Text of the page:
Student societies are perfect training grounds for developing leadership competencies—and perfect examples of what separates a business school from an online provider.
In addition, business schools should invest more in student societies, which help participants cultivate skills such as teamwork, leadership, problem-solving, and time management. Business students who join such organizations are exposed to other disciplines, which enables them to develop valuable interdisciplinary thinking. They also have lower dropout rates and higher chances of securing employment after graduation.
While many business schools provide funding to student societies, and some offer students credit for participating, they could expand their support. For instance, administrators might encourage a professor with expertise in sustainability to mentor a student organization oriented toward environmental stewardship. Additionally, they could provide leadership training to the members of each society’s management team. After all, these societies are perfect training grounds for developing leadership competencies—and perfect examples of what separates a business school from an online provider.
Coordinating Holistic Experiences
While it’s important to invest resources in student internships, study abroad programs, and community-building opportunities, business schools can differentiate themselves even more by tying all these experiences together. In fact, business schools should consider coordinating the entire student journey through their career services departments, which are often considered pillars of the student experience.
Ideally, committed career counselors would help students choose useful elective courses, evaluate internship experiences, connect with alumni, and decide where and when to travel abroad. Of course, to create such integrated student services departments, institutions would need to do some serious restructuring. Offices would have to transform from being places that offer generic CV and interview training to being fully staffed hubs that synthesize and amplify a variety of student experiences.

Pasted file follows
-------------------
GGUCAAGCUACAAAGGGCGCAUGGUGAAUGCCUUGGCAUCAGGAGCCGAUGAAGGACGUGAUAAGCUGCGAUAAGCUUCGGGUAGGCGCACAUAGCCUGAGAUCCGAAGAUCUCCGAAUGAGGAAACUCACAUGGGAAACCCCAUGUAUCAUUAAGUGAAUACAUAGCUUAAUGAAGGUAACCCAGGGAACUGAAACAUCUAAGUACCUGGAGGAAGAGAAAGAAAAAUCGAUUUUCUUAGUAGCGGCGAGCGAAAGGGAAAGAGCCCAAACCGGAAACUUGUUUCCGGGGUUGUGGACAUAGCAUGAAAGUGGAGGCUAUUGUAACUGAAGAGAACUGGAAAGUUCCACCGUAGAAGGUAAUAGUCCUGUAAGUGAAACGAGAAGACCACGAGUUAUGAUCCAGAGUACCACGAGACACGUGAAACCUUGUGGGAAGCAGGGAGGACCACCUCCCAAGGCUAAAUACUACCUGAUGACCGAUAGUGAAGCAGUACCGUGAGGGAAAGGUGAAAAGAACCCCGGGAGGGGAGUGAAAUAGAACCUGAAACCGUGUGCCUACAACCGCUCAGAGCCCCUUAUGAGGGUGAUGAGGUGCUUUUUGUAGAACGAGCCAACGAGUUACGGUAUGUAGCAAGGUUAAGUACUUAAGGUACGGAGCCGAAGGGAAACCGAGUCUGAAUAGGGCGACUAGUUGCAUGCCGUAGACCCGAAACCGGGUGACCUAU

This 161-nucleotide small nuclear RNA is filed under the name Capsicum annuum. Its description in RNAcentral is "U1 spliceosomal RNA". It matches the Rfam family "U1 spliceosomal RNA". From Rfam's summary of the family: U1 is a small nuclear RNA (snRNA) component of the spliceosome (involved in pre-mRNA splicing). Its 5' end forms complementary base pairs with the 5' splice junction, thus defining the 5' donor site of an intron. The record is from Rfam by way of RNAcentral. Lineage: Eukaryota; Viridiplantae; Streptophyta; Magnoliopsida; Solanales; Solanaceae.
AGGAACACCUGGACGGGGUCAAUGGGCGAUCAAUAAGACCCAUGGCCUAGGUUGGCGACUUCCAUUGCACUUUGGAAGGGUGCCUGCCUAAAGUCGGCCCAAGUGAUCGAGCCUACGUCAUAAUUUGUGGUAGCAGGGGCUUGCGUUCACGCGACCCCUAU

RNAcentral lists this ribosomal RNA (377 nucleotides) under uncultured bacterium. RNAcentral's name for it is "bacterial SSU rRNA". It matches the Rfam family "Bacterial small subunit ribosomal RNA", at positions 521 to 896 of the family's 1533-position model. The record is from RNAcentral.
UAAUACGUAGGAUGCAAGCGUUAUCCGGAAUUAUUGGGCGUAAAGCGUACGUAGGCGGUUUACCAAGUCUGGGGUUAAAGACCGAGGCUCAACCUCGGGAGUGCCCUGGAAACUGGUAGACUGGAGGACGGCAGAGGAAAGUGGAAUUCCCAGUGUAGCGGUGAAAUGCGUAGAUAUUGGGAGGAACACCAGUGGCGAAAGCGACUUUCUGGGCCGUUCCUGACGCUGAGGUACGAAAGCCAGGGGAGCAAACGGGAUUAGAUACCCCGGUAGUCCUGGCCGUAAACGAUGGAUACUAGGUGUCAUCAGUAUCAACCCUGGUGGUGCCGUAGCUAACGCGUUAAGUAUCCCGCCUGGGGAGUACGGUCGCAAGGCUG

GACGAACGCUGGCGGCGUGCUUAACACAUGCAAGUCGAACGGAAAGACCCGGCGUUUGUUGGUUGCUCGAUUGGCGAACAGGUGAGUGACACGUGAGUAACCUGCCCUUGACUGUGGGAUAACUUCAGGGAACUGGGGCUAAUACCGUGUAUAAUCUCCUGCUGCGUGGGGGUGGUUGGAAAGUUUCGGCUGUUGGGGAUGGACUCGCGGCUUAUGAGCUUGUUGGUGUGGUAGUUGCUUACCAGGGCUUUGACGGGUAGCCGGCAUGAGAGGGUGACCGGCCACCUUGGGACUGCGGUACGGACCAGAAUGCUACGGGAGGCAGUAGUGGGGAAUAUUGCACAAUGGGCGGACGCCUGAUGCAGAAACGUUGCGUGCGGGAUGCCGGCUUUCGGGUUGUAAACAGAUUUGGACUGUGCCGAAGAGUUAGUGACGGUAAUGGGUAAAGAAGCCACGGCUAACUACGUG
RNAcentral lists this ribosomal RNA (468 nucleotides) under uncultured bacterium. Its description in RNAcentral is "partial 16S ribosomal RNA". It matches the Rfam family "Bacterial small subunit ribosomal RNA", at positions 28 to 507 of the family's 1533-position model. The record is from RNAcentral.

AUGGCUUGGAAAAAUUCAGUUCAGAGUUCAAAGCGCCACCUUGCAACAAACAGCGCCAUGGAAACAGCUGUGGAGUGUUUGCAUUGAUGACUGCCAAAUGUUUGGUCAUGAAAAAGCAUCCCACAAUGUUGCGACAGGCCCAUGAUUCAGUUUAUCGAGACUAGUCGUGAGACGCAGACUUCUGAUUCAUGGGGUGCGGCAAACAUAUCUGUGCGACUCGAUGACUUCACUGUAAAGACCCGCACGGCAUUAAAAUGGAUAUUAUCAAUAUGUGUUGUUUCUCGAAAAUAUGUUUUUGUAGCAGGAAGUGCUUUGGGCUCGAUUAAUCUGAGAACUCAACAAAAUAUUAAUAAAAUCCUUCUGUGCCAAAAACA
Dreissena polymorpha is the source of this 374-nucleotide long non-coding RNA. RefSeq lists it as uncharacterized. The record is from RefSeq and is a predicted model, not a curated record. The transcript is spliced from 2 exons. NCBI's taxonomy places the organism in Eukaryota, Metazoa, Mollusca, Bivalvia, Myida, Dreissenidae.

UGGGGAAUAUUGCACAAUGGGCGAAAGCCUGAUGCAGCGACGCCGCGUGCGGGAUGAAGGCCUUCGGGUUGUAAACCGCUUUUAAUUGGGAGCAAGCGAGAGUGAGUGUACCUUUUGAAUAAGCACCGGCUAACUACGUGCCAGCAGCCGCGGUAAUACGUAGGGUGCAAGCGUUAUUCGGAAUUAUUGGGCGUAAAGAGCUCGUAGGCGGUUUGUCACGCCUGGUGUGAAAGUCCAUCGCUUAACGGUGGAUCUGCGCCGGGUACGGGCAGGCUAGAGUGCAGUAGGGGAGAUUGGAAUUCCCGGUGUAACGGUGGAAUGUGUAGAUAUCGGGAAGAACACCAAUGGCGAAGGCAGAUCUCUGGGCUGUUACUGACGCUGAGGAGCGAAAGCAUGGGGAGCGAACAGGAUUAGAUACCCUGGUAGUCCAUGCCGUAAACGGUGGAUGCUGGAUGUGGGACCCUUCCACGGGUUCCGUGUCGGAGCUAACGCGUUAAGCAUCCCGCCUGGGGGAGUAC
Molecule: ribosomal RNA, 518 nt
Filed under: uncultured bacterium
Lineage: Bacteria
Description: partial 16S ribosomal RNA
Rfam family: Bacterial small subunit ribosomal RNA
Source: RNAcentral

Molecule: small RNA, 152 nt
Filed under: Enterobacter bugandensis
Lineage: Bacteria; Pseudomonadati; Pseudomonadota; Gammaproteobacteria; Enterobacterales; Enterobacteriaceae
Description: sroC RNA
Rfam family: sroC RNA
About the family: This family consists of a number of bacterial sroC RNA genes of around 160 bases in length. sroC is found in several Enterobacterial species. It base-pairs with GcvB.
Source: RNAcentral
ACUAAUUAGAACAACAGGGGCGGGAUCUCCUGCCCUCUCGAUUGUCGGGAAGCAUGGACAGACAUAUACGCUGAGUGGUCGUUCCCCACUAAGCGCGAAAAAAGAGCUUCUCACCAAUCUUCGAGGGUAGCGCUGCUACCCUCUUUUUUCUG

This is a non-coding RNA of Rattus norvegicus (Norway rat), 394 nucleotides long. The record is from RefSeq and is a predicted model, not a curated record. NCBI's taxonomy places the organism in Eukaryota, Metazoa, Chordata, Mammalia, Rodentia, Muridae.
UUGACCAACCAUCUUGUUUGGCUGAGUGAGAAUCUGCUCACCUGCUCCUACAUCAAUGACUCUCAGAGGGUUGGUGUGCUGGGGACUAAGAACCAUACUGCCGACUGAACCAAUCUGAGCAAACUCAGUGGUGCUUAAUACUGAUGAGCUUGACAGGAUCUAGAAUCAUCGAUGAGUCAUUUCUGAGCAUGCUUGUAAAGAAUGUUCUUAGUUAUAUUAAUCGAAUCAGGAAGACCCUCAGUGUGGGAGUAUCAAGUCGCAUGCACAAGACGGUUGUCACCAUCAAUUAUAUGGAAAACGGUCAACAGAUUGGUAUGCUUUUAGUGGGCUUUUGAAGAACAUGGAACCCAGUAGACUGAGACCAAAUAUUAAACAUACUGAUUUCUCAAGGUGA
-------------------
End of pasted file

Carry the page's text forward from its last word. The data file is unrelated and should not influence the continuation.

The effort would be worth it, however, because such a holistic approach to education would generally be beyond the scope of most competitors. In short, business schools could effectively compete with certification providers by investing in the internal infrastructure to help students achieve personal growth and learn intangible skills.
Reshaping the Future
These are only a few examples of how business schools can accelerate their students’ growth and learning in ways that justify the expense and time commitment of pursuing a traditional degree. They are among the suggestions I outline in my survival manual called Business Schools Post-Covid-19.
The pandemic certainly changed higher education, but other forces are reshaping how and what students want to learn. If traditional business schools want to remain competitive, they will need to provide students with reasons to choose their programs over every other option. They will need to become hubs and boosters that provide students with integrated experiences that are available nowhere else.